Chris Mercer, founder of Mercer Capital, presents a compelling case in his book “Unlocking Private Company Wealth” that there is a tremendous need for business owners to better keep the end in mind and consider ways to diversify their wealth away from their closely held business. For more than 75 percent of business owners, their business represents more than 50 percent of their net worth. Mercer points out that most people spend more time professionally managing their liquid wealth (e.g., stocks, bonds, etc.) than they do their illiquid wealth (their business). Managing your business is not exactly the same thing as managing the asset of your business. By viewing your business as an asset, you can reshape how you view your expected returns and target performance.

I have summarized below a few considerations when thinking about the transition of your business:

Do You Have a Plan for Involuntary Transitions?

I’m amazed at the number of successful businesses that don’t have a written plan for involuntary transitions like death, divorce, disability and shareholder disputes. While you can’t plan for every contingency, it is highly advisable to make sure that you plan for some common situations that can occur. This is typically done in the form of a buy-sell agreement with the owners of the business. I also recommend that business owners (particularly sole owners) have written instructions on how they want the affairs of the business to be handled and keep critical information easy to find. I lost a business partner at a very young age, and I learned first-hand how important this type of planning is for the business and the family. It is easy to procrastinate on these issues, so don’t delay!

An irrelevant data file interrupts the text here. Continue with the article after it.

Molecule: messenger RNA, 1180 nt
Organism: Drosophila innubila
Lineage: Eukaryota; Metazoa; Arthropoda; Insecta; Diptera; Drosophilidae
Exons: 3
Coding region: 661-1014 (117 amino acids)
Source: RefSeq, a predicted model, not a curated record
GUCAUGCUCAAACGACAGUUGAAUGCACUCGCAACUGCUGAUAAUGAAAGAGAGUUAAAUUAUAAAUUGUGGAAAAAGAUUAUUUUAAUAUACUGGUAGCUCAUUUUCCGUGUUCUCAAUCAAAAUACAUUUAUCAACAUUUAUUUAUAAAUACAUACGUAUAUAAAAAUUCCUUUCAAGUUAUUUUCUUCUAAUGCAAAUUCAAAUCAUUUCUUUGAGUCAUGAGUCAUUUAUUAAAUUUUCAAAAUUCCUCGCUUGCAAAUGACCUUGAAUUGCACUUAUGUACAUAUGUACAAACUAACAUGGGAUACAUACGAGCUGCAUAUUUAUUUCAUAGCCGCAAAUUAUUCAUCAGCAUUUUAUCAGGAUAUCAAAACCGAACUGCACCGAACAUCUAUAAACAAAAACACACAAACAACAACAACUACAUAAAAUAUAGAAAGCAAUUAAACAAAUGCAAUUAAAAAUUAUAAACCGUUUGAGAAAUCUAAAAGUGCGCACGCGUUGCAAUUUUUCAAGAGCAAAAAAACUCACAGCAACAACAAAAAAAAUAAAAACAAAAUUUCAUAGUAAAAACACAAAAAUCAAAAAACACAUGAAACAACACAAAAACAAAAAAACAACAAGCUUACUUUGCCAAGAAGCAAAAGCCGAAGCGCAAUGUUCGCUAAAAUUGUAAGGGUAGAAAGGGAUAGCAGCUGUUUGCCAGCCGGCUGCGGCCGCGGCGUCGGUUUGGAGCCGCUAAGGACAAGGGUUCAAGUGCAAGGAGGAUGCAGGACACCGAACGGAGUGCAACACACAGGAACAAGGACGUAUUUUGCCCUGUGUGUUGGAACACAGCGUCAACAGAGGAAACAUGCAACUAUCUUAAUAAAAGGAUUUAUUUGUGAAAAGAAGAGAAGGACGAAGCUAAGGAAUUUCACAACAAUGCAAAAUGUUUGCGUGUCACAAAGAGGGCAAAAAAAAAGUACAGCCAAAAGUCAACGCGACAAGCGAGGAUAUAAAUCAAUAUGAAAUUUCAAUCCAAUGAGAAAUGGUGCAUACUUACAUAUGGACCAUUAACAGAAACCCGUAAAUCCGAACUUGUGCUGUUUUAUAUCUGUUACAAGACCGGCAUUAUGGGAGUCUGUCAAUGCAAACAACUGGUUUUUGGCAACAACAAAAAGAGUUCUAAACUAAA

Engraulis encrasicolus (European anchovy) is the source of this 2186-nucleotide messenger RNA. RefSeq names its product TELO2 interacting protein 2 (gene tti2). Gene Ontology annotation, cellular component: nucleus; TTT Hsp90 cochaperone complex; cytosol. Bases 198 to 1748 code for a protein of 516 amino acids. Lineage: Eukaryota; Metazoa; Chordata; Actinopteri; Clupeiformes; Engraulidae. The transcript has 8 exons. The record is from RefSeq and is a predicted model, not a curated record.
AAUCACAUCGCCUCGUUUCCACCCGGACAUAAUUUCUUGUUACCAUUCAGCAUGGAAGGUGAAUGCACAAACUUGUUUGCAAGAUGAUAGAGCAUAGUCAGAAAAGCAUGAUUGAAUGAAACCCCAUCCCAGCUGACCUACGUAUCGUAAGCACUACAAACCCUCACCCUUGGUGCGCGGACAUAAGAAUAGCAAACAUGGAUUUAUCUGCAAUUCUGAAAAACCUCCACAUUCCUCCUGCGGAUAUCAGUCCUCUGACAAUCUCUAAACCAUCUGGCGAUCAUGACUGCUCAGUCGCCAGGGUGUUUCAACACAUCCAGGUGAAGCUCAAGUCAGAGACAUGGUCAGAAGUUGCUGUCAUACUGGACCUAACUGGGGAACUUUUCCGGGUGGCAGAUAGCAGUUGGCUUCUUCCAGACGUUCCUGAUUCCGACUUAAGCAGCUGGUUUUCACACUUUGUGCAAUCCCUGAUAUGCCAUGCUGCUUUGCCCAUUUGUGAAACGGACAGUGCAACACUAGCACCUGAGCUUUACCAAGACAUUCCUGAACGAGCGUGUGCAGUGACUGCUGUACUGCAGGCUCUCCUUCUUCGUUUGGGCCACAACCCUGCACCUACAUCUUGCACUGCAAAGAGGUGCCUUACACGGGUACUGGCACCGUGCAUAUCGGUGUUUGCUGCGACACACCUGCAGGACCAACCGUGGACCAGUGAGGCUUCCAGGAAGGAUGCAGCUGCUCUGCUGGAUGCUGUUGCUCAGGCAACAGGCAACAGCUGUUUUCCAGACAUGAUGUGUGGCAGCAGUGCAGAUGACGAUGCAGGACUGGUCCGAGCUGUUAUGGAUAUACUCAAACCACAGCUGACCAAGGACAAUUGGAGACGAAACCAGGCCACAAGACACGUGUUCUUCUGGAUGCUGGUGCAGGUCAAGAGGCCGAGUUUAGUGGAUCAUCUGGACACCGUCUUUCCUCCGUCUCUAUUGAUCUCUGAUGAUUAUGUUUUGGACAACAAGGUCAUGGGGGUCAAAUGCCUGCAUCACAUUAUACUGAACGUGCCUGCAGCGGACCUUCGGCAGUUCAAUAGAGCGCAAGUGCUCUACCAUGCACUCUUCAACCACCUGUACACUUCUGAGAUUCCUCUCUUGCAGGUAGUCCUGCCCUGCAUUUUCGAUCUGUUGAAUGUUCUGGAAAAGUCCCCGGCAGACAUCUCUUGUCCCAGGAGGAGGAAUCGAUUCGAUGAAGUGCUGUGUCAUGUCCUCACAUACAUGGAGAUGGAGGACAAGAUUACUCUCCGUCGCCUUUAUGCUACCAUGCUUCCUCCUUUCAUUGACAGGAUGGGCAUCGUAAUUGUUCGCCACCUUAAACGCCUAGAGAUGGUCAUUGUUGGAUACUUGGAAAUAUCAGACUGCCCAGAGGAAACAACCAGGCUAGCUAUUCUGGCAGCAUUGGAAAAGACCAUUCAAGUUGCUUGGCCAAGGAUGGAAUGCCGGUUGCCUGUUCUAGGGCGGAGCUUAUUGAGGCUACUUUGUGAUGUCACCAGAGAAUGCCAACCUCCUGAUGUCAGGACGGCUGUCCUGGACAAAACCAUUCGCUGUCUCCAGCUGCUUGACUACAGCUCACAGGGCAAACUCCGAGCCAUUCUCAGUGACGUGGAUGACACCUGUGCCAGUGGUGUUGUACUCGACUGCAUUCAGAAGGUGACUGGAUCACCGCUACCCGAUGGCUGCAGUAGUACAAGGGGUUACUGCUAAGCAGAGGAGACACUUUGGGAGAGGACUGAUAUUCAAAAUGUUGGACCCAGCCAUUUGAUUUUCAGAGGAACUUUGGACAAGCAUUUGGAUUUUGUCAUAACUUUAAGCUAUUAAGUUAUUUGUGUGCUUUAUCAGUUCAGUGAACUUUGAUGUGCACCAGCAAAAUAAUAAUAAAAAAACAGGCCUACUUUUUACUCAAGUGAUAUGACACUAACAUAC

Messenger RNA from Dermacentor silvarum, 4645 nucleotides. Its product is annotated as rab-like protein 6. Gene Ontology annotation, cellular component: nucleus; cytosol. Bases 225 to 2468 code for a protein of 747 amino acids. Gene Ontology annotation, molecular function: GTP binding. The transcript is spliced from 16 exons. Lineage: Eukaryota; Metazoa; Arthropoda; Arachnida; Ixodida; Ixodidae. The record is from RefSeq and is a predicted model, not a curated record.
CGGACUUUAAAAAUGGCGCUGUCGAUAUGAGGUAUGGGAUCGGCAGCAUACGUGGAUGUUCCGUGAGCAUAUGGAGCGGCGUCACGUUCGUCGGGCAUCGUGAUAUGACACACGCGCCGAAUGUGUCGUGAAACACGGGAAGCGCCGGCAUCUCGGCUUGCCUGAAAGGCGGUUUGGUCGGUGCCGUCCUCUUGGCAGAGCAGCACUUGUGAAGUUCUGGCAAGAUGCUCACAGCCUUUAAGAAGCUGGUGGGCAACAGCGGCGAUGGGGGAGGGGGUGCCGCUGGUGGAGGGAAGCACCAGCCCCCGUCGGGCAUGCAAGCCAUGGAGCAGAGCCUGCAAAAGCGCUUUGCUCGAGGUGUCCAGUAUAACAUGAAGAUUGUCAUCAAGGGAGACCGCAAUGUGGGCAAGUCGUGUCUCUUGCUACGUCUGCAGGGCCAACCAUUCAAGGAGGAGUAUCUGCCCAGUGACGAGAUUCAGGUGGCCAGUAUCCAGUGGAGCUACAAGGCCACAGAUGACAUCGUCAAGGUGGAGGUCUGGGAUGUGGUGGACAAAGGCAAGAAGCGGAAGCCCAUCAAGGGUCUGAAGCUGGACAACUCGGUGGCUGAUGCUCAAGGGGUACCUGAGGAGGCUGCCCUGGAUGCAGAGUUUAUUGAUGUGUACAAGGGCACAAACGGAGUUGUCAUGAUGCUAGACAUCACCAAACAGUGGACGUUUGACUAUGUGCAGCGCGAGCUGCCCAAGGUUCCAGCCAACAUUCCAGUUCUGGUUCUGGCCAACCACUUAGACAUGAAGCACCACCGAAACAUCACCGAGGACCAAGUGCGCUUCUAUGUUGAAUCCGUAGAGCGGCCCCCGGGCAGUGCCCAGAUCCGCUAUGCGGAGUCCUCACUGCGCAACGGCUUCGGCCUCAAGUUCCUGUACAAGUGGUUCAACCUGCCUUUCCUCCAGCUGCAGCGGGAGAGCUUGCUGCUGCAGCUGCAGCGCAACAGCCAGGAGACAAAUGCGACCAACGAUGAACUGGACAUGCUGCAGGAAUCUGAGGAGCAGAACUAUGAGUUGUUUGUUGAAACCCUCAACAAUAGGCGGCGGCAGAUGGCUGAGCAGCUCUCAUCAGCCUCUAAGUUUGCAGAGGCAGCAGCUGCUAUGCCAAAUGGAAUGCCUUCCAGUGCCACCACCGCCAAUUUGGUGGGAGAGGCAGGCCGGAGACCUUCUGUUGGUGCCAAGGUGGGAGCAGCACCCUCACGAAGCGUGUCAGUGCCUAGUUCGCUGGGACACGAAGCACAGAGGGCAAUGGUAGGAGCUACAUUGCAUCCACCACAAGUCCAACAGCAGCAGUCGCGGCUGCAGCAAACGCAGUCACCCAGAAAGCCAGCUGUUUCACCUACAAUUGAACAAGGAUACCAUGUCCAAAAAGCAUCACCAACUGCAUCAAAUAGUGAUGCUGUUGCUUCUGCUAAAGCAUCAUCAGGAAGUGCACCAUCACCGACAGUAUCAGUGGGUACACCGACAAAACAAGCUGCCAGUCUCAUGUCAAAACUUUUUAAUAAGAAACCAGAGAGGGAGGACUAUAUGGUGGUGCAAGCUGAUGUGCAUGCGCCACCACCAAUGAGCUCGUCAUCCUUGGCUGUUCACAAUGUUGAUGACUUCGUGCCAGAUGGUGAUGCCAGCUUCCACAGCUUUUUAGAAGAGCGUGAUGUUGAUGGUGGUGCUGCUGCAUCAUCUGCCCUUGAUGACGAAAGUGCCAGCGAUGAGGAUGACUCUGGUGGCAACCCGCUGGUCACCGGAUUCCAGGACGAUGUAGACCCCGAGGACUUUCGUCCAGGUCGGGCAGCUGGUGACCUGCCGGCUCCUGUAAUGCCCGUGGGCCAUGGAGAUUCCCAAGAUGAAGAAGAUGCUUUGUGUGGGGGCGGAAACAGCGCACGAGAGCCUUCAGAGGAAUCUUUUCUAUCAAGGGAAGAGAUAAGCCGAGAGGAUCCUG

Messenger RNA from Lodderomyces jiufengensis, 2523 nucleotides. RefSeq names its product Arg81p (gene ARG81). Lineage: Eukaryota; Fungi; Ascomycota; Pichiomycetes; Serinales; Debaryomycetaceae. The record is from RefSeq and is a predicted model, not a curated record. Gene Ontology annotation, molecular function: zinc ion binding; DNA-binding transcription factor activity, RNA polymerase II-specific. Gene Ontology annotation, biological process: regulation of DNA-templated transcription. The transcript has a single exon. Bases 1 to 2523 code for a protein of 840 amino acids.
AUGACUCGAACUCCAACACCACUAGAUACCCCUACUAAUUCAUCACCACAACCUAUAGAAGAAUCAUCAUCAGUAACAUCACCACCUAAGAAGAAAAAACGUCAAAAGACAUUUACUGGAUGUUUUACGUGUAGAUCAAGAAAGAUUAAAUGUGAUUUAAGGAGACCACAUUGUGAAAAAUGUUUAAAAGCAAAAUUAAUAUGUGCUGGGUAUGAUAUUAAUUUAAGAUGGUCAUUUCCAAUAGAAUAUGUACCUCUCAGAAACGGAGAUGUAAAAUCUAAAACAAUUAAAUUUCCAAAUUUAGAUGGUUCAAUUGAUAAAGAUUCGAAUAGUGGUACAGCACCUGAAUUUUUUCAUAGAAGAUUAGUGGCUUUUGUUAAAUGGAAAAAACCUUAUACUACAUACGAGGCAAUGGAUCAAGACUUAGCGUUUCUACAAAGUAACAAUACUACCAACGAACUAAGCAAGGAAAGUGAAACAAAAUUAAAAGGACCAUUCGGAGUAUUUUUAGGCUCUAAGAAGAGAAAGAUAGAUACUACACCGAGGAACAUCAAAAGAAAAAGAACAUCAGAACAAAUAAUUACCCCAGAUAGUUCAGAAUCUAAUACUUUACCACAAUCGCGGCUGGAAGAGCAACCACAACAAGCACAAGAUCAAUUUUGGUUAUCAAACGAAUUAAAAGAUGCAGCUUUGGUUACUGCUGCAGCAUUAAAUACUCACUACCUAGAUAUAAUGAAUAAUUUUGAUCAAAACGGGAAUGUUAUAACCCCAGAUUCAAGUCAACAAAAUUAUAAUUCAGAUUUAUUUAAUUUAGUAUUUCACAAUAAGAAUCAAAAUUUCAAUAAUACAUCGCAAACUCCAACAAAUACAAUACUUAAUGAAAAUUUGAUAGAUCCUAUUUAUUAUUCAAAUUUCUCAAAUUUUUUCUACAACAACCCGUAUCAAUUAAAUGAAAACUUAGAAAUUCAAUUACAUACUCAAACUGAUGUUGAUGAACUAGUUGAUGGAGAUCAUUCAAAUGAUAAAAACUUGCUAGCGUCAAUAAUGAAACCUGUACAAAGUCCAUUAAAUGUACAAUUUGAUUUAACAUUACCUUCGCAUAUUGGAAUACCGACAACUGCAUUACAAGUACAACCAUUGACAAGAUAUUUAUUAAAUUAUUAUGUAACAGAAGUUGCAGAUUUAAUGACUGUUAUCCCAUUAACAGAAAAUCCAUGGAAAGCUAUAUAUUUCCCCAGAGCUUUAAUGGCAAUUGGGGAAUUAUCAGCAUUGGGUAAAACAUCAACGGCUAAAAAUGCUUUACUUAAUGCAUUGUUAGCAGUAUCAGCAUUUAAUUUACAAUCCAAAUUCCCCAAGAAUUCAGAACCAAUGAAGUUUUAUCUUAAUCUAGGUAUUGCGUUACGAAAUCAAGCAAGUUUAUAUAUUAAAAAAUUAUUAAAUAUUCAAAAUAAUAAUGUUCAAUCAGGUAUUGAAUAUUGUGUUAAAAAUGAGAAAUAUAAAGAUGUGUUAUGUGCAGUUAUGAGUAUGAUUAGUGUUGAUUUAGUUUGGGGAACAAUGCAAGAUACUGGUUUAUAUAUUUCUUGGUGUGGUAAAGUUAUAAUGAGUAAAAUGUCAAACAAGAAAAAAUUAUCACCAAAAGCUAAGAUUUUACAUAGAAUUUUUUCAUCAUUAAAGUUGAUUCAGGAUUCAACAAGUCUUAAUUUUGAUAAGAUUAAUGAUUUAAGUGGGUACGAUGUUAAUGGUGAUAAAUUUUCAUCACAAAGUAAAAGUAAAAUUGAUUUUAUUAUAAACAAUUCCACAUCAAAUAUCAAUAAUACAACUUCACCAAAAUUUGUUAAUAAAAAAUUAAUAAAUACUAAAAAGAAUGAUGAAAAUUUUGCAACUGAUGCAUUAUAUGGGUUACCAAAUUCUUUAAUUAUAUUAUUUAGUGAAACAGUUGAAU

Do You Have a Plan for Voluntary Transitions?

I regularly visit with business owners who desire to spend more time away from their business to better enjoy their family and golden years. The challenge is to define a target date for a transition from the business and what that transition actually means. I find that some people want to always stay engaged with the business while others would like to hand off the keys and sail into the sunset. It is important to clarify your personal goals so you can plan for a successful transition.

Have You Identified Who You Would Like to Take Over Your Business?

Is there a family member who has the aptitude and interest, an employee or perhaps a third party? Answering these questions will be critical to developing a realistic plan for succession. Most importantly, you want to begin as early as possible in your planning. I find many family-owned enterprises plan three to five years in advance. If you are behind in your planning, the best time to start is today!

Do You Know the Value of Your Company and Your Financial Needs?

Many business owners don’t really know the value of their business. Savvy owners often have an annual appraisal to see how their asset is performing. It is important to be able to look objectively at your company’s valuation. Remember, a business is only truly worth what someone will pay for it.

I also encourage business owners considering a transition to carefully evaluate their cash flow needs. Often, owners fail to consider all of the “perks” that they enjoy as the owner of the business that they would not have if there were a different owner. I recommend a thorough review of the cash flow needs of owners so that they don’t find themselves cash poor after a transition.

It is easy to mistake succession planning as a transaction rather than a process. In reality, business owners should be treating their business as an asset and actively managing that asset in addition to managing the business. They should consider their investment returns and whether they are growing their wealth. In addition, proactive planning for the inevitable transitions that will occur is simply the prudent thing to do. There is a tremendous amount of wealth that will be transitioned in the upcoming years (estimated to be as high as $ 10 trillion). This is an important topic that I hope thoughtful business owners will actively address.

[Originally published in Pointe Innovation, the quarterly publication of Innovate Mississippi, in its Winter 2014 issue.